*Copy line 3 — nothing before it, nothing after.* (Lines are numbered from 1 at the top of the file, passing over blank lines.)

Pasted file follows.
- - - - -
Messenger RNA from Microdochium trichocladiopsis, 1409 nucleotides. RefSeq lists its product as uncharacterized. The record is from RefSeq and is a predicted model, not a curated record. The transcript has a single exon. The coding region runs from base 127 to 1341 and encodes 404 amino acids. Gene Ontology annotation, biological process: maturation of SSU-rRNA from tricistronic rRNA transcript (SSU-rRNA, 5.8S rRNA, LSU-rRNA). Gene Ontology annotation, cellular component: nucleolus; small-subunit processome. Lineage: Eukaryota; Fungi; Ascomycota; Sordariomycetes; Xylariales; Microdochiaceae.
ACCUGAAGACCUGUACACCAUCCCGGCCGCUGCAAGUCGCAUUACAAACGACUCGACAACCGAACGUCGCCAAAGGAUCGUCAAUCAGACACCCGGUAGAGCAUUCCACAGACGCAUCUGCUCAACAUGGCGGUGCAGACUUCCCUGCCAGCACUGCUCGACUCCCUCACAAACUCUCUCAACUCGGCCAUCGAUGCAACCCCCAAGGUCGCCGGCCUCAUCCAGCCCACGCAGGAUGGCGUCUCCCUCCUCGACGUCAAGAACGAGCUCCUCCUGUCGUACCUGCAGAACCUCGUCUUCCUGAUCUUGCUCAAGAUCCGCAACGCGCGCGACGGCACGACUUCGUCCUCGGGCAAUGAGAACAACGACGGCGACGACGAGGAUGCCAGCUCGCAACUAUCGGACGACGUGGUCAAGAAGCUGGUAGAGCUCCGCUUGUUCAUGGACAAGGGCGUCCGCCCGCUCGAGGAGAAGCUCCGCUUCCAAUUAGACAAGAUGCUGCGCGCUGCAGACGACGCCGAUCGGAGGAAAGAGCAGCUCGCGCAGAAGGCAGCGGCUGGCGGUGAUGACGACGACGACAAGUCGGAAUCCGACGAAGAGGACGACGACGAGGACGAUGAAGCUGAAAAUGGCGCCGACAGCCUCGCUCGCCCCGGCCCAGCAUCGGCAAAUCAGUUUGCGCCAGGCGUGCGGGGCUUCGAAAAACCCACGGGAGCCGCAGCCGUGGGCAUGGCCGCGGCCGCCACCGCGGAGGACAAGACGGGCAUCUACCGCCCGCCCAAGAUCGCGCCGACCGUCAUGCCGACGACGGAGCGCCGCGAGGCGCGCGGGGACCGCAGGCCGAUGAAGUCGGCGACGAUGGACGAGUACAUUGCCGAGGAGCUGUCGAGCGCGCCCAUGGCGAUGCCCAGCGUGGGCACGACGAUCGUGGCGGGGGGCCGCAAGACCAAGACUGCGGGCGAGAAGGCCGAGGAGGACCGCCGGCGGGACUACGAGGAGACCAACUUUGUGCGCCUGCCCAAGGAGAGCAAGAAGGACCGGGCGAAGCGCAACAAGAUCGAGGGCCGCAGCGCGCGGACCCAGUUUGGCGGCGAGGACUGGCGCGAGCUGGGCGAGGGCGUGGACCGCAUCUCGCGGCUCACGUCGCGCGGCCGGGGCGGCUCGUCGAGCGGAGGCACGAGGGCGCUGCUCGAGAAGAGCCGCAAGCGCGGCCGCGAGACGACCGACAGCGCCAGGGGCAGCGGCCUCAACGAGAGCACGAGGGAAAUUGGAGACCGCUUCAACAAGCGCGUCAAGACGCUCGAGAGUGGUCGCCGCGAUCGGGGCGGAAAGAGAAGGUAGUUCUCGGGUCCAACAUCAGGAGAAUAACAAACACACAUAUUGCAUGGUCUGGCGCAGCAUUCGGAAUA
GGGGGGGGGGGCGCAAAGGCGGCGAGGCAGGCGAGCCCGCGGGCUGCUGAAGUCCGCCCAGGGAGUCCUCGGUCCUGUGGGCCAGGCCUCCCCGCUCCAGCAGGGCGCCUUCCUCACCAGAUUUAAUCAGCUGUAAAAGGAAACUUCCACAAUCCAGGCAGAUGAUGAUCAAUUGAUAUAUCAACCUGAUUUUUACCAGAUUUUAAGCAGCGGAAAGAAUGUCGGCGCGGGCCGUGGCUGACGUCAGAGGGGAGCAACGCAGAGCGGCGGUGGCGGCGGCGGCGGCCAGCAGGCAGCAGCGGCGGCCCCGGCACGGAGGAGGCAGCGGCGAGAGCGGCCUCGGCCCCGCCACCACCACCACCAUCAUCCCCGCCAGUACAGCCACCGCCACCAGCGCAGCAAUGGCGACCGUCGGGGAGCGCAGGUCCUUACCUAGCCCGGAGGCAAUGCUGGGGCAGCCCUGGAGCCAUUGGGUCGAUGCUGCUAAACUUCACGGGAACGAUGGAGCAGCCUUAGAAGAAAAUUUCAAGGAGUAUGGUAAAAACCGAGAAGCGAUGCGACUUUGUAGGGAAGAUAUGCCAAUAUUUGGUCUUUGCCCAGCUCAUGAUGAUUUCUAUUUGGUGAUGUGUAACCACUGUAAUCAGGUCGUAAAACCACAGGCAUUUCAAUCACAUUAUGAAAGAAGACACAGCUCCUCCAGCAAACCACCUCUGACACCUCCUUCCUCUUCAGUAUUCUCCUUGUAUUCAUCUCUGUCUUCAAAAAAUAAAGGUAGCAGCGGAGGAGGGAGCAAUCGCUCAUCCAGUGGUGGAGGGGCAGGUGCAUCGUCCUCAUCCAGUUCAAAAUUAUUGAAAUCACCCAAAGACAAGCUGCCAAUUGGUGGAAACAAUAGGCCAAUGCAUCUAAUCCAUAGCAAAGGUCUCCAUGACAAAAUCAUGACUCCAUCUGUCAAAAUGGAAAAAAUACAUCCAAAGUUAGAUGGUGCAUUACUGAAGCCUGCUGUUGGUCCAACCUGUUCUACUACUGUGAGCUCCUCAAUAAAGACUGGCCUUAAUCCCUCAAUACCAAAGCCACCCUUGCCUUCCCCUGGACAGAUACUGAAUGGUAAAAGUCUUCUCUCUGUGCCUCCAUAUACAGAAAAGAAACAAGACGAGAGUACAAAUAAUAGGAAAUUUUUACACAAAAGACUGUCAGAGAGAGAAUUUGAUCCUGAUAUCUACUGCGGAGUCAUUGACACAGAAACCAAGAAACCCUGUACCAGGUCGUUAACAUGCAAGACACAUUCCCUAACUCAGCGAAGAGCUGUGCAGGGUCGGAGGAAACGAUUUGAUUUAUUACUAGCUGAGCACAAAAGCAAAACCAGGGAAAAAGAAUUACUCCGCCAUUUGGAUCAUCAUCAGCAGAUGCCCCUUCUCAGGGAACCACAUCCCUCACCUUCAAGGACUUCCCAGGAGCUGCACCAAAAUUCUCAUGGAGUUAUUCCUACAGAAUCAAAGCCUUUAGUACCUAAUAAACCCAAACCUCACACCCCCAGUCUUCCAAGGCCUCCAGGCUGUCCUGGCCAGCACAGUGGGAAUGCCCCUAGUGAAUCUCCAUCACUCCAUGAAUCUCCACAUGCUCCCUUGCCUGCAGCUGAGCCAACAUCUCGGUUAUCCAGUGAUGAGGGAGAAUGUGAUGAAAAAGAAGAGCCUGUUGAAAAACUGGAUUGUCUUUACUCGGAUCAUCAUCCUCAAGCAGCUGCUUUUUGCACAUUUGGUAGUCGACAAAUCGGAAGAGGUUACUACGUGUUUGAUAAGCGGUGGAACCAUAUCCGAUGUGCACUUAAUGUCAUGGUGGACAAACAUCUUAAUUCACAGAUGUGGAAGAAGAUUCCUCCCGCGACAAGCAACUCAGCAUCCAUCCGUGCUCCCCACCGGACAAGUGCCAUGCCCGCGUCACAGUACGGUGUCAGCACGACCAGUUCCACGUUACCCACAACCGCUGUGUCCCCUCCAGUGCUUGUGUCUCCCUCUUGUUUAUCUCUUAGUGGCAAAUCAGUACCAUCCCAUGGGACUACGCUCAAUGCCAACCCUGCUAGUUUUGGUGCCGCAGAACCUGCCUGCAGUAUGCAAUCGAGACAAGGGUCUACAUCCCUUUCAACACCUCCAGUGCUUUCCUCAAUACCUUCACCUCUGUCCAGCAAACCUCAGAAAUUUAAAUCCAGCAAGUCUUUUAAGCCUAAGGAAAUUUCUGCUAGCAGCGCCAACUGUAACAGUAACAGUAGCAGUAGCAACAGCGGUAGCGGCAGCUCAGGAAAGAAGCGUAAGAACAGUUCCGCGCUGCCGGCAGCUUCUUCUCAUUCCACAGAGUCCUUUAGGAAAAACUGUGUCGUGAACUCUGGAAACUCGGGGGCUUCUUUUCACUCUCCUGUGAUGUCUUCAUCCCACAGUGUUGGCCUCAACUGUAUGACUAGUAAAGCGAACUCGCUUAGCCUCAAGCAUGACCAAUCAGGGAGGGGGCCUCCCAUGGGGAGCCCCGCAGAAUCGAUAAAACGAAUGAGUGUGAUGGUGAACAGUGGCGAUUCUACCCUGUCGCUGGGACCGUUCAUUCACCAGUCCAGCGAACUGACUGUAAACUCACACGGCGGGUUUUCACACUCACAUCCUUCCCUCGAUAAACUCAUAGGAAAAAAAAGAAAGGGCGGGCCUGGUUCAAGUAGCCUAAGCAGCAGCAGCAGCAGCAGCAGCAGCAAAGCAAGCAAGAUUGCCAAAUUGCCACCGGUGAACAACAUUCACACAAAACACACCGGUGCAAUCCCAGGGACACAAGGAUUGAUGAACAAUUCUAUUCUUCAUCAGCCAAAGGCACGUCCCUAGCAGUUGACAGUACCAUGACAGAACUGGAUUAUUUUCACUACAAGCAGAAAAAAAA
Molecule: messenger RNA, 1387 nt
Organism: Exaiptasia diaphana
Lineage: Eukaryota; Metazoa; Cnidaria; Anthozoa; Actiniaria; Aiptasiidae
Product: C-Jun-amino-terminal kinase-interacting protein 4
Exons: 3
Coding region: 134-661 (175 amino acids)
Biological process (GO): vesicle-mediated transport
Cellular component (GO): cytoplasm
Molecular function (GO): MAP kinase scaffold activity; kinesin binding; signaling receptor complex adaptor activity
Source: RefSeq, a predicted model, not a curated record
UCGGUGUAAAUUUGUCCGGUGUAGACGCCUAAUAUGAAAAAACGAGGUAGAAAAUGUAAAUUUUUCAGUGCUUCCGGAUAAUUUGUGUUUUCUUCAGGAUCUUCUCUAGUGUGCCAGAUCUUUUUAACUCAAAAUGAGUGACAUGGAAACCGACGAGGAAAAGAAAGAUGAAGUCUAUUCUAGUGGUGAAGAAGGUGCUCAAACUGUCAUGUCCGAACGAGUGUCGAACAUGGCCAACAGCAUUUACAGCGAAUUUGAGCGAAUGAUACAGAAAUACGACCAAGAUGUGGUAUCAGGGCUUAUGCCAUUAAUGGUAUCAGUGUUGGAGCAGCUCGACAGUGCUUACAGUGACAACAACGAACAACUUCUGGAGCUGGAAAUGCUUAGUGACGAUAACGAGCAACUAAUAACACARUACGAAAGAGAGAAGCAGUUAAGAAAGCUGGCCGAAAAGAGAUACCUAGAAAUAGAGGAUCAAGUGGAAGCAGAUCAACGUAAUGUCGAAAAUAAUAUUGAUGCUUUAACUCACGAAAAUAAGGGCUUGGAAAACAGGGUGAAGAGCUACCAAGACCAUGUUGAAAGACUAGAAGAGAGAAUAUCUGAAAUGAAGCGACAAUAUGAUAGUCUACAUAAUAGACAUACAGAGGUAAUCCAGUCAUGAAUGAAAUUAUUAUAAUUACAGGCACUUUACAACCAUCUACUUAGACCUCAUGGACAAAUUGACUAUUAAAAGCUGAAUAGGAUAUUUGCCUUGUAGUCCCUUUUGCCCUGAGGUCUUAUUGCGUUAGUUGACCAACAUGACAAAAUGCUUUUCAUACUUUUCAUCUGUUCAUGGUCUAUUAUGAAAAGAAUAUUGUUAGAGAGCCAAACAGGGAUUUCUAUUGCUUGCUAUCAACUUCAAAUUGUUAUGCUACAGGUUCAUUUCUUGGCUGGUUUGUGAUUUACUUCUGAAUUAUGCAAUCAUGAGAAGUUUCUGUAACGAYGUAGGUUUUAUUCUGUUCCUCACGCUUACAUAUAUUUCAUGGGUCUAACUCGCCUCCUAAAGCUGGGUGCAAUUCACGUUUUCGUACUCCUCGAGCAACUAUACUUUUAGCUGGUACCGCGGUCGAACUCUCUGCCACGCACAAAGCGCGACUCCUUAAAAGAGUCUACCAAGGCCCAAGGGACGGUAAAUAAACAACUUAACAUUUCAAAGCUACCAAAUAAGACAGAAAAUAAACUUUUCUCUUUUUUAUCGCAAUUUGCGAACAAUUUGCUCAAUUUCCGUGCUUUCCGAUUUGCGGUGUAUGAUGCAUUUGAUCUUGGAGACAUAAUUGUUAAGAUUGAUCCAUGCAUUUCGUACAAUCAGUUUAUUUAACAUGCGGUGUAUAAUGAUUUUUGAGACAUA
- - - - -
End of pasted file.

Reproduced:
GGGGGGGGGGGCGCAAAGGCGGCGAGGCAGGCGAGCCCGCGGGCUGCUGAAGUCCGCCCAGGGAGUCCUCGGUCCUGUGGGCCAGGCCUCCCCGCUCCAGCAGGGCGCCUUCCUCACCAGAUUUAAUCAGCUGUAAAAGGAAACUUCCACAAUCCAGGCAGAUGAUGAUCAAUUGAUAUAUCAACCUGAUUUUUACCAGAUUUUAAGCAGCGGAAAGAAUGUCGGCGCGGGCCGUGGCUGACGUCAGAGGGGAGCAACGCAGAGCGGCGGUGGCGGCGGCGGCGGCCAGCAGGCAGCAGCGGCGGCCCCGGCACGGAGGAGGCAGCGGCGAGAGCGGCCUCGGCCCCGCCACCACCACCACCAUCAUCCCCGCCAGUACAGCCACCGCCACCAGCGCAGCAAUGGCGACCGUCGGGGAGCGCAGGUCCUUACCUAGCCCGGAGGCAAUGCUGGGGCAGCCCUGGAGCCAUUGGGUCGAUGCUGCUAAACUUCACGGGAACGAUGGAGCAGCCUUAGAAGAAAAUUUCAAGGAGUAUGGUAAAAACCGAGAAGCGAUGCGACUUUGUAGGGAAGAUAUGCCAAUAUUUGGUCUUUGCCCAGCUCAUGAUGAUUUCUAUUUGGUGAUGUGUAACCACUGUAAUCAGGUCGUAAAACCACAGGCAUUUCAAUCACAUUAUGAAAGAAGACACAGCUCCUCCAGCAAACCACCUCUGACACCUCCUUCCUCUUCAGUAUUCUCCUUGUAUUCAUCUCUGUCUUCAAAAAAUAAAGGUAGCAGCGGAGGAGGGAGCAAUCGCUCAUCCAGUGGUGGAGGGGCAGGUGCAUCGUCCUCAUCCAGUUCAAAAUUAUUGAAAUCACCCAAAGACAAGCUGCCAAUUGGUGGAAACAAUAGGCCAAUGCAUCUAAUCCAUAGCAAAGGUCUCCAUGACAAAAUCAUGACUCCAUCUGUCAAAAUGGAAAAAAUACAUCCAAAGUUAGAUGGUGCAUUACUGAAGCCUGCUGUUGGUCCAACCUGUUCUACUACUGUGAGCUCCUCAAUAAAGACUGGCCUUAAUCCCUCAAUACCAAAGCCACCCUUGCCUUCCCCUGGACAGAUACUGAAUGGUAAAAGUCUUCUCUCUGUGCCUCCAUAUACAGAAAAGAAACAAGACGAGAGUACAAAUAAUAGGAAAUUUUUACACAAAAGACUGUCAGAGAGAGAAUUUGAUCCUGAUAUCUACUGCGGAGUCAUUGACACAGAAACCAAGAAACCCUGUACCAGGUCGUUAACAUGCAAGACACAUUCCCUAACUCAGCGAAGAGCUGUGCAGGGUCGGAGGAAACGAUUUGAUUUAUUACUAGCUGAGCACAAAAGCAAAACCAGGGAAAAAGAAUUACUCCGCCAUUUGGAUCAUCAUCAGCAGAUGCCCCUUCUCAGGGAACCACAUCCCUCACCUUCAAGGACUUCCCAGGAGCUGCACCAAAAUUCUCAUGGAGUUAUUCCUACAGAAUCAAAGCCUUUAGUACCUAAUAAACCCAAACCUCACACCCCCAGUCUUCCAAGGCCUCCAGGCUGUCCUGGCCAGCACAGUGGGAAUGCCCCUAGUGAAUCUCCAUCACUCCAUGAAUCUCCACAUGCUCCCUUGCCUGCAGCUGAGCCAACAUCUCGGUUAUCCAGUGAUGAGGGAGAAUGUGAUGAAAAAGAAGAGCCUGUUGAAAAACUGGAUUGUCUUUACUCGGAUCAUCAUCCUCAAGCAGCUGCUUUUUGCACAUUUGGUAGUCGACAAAUCGGAAGAGGUUACUACGUGUUUGAUAAGCGGUGGAACCAUAUCCGAUGUGCACUUAAUGUCAUGGUGGACAAACAUCUUAAUUCACAGAUGUGGAAGAAGAUUCCUCCCGCGACAAGCAACUCAGCAUCCAUCCGUGCUCCCCACCGGACAAGUGCCAUGCCCGCGUCACAGUACGGUGUCAGCACGACCAGUUCCACGUUACCCACAACCGCUGUGUCCCCUCCAGUGCUUGUGUCUCCCUCUUGUUUAUCUCUUAGUGGCAAAUCAGUACCAUCCCAUGGGACUACGCUCAAUGCCAACCCUGCUAGUUUUGGUGCCGCAGAACCUGCCUGCAGUAUGCAAUCGAGACAAGGGUCUACAUCCCUUUCAACACCUCCAGUGCUUUCCUCAAUACCUUCACCUCUGUCCAGCAAACCUCAGAAAUUUAAAUCCAGCAAGUCUUUUAAGCCUAAGGAAAUUUCUGCUAGCAGCGCCAACUGUAACAGUAACAGUAGCAGUAGCAACAGCGGUAGCGGCAGCUCAGGAAAGAAGCGUAAGAACAGUUCCGCGCUGCCGGCAGCUUCUUCUCAUUCCACAGAGUCCUUUAGGAAAAACUGUGUCGUGAACUCUGGAAACUCGGGGGCUUCUUUUCACUCUCCUGUGAUGUCUUCAUCCCACAGUGUUGGCCUCAACUGUAUGACUAGUAAAGCGAACUCGCUUAGCCUCAAGCAUGACCAAUCAGGGAGGGGGCCUCCCAUGGGGAGCCCCGCAGAAUCGAUAAAACGAAUGAGUGUGAUGGUGAACAGUGGCGAUUCUACCCUGUCGCUGGGACCGUUCAUUCACCAGUCCAGCGAACUGACUGUAAACUCACACGGCGGGUUUUCACACUCACAUCCUUCCCUCGAUAAACUCAUAGGAAAAAAAAGAAAGGGCGGGCCUGGUUCAAGUAGCCUAAGCAGCAGCAGCAGCAGCAGCAGCAGCAAAGCAAGCAAGAUUGCCAAAUUGCCACCGGUGAACAACAUUCACACAAAACACACCGGUGCAAUCCCAGGGACACAAGGAUUGAUGAACAAUUCUAUUCUUCAUCAGCCAAAGGCACGUCCCUAGCAGUUGACAGUACCAUGACAGAACUGGAUUAUUUUCACUACAAGCAGAAAAAAAA